ArcGIS Collector

Coordinates and Measurement Units in Collector for ArcGIS

Collector for ArcGIS is used by a wide variety of organizations to complete mission critical workflows. It’s important that Collector provides flexibility, not just through how you author, publish and use maps and layers in the app, but in how you communicate and understand location and measurements within a map.

Here are a few examples of the varied use of location within Collector:

Helicopter pilots will communicate Latitude and Longitude locations using Degrees Decimal Minutes (DDD° MM.MMM’) during air operations of a Wildfire event. Observers on the ground need to be able to tap on a location and see coordinates in the same format as the helicopter pilot is communicating to them.

Degrees Decimal Minutes

When conducting a land search, responders will search for and communicate grid coordinates using the United States National Grid (USNG) format. USNG is a grid-based point reference system, founded upon UTM, that provides a unique value for a location (18SUJ22850705 for example).


The standard used by NATO militaries for communicating location is the Military Grid Reference System (MGRS). Similar to the civilian USNG format mentioned above, there is the need to search for and communicate location in Collector using the MGRS format. Both MGRS and USGS have the advantage of being easily plotted on properly gridded maps like the USGS topographic map.


By default, coordinates are displayed in the same format as the spatial reference of the basemap being used. For example, if your basemap has a geographic coordinate system, coordinates display as latitude and longitude. As shown above, you can change the coordinate format within Collector.

Here’s how:

  1. While viewing the Maps list in Collector, tap on your profile Profile.
  2. Scroll down to the General section and tap Units.
  3. From there you can tap on Coordinates and you will find that there are 6 different formats to choose from:
Coordinates setting

4. Tapping on a coordinate format will set the coordinate display format.

Now every time that you drop a pin or view the popup details of a point feature, you will see the coordinate displayed in the format you have specified.

Now that’s not all you can do with Units in Collector. In addition to Coordinates, you can switch between US Standard or Metric measurement units and fix Distance and Area units so that Collector reports length and area with the same unit type each time.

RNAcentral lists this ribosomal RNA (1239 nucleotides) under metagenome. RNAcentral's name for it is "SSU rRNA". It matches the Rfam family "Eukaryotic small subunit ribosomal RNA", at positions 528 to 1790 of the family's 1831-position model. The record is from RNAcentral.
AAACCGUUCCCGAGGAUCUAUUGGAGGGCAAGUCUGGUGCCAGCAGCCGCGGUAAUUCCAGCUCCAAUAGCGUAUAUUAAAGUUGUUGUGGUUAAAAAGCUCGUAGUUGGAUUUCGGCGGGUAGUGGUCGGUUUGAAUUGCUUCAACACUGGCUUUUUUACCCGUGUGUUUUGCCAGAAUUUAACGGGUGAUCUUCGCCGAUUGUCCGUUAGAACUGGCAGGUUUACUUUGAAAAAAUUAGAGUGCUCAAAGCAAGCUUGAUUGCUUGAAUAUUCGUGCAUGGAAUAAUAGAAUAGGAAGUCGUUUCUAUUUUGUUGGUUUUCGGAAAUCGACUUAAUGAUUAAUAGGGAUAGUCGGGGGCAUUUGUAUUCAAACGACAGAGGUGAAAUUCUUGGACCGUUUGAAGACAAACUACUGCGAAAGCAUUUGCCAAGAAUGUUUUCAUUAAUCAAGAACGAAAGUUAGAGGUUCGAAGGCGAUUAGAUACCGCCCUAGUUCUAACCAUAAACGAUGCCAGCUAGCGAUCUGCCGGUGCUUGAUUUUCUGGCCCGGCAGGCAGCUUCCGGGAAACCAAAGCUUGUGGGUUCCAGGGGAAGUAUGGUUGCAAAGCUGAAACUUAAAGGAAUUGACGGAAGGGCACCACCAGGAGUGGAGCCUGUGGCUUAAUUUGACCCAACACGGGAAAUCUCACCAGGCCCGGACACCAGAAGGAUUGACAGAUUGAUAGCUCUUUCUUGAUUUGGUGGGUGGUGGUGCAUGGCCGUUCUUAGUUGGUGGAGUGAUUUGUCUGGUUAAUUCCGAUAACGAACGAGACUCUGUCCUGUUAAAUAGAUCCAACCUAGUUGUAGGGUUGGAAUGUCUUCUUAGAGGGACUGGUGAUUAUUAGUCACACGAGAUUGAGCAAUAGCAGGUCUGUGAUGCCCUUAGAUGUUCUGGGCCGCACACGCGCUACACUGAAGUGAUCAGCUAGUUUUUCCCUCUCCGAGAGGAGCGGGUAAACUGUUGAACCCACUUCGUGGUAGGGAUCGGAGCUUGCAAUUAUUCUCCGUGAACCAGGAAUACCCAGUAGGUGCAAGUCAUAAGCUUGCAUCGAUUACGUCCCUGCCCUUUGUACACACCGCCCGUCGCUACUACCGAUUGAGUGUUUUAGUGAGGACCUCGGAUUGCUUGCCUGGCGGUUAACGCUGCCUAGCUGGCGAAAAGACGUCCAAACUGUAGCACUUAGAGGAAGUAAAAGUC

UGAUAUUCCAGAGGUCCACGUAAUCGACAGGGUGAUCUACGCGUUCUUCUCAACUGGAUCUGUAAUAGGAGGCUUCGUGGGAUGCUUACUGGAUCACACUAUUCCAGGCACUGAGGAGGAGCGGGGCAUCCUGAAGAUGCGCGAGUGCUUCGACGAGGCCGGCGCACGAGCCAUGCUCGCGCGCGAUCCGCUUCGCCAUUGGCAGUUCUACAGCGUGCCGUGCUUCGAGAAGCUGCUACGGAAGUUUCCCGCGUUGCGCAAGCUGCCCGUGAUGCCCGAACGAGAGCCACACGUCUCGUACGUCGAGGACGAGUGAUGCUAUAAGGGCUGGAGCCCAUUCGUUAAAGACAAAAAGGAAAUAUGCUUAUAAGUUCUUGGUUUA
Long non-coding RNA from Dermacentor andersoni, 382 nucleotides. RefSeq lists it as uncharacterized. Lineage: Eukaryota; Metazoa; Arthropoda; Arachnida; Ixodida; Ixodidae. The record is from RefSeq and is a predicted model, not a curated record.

TIP: Collector will honor the Measurement Units set within your organization (either US Standard or Metric) by default.

Depending upon whether you are using US Standard or Metric, tapping on Distance or Area will provide a representative list of measurement units to choose from:

Distance Units
Area Units

When walking and streaming GPS positions along a trail, it can be valuable to know the distance that you have traveled. By default, Collector will choose a distance unit based upon the length of the feature and as a result you may see length represented in feet or in miles. If you choose a specific unit of measure (miles for example), you will always see length represented in that fixed unit of measure.

Distance Units

When on an ATV mapping the boundary of a seeded crop or the outline of a forest cut block, you may want to consistently report back area measurements in a single unit of measure (acres for example). Collector not only displays length and area for a feature you tap on but if you are in the middle of construction you can see the length/area change as the shape is being captured.

Area Units (acres)

Starting with the 18.1.0 version of Collector (currently released on iOS only), you have more ways to configure the map and user experience. Choosing a coordinate display format and setting a fixed unit of measure were requests that we heard directly from you. There are many more user-driven enhancements within the 18.1.0 release and we look forward to building many more in 2019. Please let us know what is most important to you by starting a discussion on GeoNet or by emailing us directly at

About the author

Jeff Shaner is a Senior Product Lead with the software products team at Esri. With 27 years experience, Jeff is focused on delivering apps that enable users to work more productively, safely, and effectively. In his spare time, you are likely to find Jeff on the golf course or hockey rink. 


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